Doctors in Beijing successfully replaced a 12-year-old boy's damaged second vertebra with a 3D-printed custom implant made from titanium powder. The boy, who had bone cancer, is now in recovery.
This isn't the first surgery swapping busted bones for 3D-printed replacements, but it's the first time doctors managed to fix a spine using a 3D-printed implant. Peking University surgeon Liu Zhongjun, who led the project, deserves a hearty clap on the back and a tip of the (3D-printed) hat.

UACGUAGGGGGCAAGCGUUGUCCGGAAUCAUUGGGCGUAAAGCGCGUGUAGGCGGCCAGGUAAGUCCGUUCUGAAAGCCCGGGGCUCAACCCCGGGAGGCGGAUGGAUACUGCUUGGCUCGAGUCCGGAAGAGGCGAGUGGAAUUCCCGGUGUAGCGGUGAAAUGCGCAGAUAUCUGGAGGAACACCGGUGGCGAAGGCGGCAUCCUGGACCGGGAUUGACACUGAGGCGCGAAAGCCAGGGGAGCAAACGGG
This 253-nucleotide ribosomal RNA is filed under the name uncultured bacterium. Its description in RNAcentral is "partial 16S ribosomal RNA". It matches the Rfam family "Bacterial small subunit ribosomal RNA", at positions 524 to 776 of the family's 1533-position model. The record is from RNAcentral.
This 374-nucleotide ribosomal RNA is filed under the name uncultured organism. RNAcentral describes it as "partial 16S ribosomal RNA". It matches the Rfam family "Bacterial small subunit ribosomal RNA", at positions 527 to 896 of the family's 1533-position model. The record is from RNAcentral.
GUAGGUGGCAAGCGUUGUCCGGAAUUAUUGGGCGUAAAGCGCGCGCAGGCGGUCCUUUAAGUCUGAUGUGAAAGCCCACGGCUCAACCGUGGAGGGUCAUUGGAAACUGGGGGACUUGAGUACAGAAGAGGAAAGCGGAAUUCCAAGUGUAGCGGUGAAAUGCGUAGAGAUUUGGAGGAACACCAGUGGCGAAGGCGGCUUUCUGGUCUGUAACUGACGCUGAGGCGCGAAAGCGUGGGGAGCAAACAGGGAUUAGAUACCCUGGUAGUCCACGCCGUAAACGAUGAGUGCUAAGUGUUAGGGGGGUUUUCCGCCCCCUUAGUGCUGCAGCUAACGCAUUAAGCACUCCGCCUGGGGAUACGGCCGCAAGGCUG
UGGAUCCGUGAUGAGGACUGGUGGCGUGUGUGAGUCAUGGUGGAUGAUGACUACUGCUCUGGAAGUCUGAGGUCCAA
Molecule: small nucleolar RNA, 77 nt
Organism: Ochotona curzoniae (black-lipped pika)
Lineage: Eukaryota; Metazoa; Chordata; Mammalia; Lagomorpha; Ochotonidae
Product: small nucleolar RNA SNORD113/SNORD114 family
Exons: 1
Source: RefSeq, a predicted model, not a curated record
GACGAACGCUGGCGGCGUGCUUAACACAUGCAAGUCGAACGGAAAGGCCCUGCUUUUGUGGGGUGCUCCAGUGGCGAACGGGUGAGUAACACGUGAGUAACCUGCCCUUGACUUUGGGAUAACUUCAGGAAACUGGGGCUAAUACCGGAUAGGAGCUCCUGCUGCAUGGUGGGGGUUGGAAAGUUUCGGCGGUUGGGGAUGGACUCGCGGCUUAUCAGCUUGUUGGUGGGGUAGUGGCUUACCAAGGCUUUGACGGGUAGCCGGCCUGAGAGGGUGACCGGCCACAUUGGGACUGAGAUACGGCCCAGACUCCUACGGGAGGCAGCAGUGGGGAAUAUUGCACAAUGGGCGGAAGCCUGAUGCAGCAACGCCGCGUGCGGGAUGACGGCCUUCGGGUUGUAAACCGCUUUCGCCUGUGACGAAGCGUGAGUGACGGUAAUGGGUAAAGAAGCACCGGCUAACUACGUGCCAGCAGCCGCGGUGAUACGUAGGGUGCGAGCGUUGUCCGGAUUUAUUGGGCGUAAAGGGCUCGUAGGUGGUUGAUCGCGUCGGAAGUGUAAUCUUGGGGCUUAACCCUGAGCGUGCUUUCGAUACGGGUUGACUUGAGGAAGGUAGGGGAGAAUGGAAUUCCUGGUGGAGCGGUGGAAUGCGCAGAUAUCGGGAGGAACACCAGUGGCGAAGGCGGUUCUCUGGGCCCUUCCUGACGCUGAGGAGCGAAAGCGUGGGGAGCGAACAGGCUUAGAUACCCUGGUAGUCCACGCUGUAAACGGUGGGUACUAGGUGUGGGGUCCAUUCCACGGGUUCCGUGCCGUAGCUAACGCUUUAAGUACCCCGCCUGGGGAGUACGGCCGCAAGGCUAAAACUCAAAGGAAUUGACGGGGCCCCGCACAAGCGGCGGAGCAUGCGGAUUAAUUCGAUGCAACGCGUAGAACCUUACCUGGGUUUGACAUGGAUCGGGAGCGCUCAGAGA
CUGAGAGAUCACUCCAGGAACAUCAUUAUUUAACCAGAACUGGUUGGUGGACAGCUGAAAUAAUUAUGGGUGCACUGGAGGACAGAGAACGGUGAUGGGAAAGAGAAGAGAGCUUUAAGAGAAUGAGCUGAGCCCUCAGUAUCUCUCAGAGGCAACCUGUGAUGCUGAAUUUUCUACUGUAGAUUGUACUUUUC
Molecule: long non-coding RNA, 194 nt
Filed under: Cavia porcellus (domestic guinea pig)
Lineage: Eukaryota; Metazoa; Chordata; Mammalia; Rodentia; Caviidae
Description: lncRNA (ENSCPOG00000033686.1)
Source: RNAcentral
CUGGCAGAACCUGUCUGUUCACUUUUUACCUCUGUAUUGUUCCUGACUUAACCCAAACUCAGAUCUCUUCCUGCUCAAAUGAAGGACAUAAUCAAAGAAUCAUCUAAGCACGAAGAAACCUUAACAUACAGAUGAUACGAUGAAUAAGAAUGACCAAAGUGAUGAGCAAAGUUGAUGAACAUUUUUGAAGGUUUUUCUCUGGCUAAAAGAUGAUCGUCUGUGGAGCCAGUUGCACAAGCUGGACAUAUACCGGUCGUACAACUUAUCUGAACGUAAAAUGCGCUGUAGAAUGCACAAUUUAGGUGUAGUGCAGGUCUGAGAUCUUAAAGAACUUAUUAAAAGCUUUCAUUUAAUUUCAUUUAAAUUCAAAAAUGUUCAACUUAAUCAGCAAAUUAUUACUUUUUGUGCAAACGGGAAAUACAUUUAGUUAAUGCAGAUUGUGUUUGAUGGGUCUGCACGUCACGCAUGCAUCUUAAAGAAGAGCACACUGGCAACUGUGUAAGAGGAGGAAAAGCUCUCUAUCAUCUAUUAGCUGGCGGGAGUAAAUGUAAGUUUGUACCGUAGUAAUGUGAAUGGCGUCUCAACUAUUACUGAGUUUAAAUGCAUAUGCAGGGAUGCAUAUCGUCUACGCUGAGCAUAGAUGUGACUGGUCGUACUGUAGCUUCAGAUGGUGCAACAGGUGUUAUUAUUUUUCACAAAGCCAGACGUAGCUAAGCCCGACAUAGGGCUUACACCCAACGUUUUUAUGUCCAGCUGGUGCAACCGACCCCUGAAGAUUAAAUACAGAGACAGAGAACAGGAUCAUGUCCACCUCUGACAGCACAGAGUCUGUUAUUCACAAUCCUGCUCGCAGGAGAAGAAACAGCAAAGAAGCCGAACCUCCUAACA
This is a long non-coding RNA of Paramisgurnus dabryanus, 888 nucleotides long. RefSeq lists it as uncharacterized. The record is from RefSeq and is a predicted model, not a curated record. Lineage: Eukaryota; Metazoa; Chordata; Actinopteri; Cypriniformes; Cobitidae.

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This is good stuff. It's a big deal in the world of orthopaedic medicine, and it's a big deal for people in general. Doctors replaced a woman's jaw with a 3D-printed Super Jaw back in 2012, and the progress made since then is promising. Noses, blood vessels, skin, livers, and all sorts of body parts are getting printed. Our bodies are fragile sacks of slowly rotting meat, and this medical technology means it's getting easier to replace our diseased bits with cleverly designed porous titanium. May our cyborg future shine bright like a 3D-printed diamond. [CNTV via Business Insider ]
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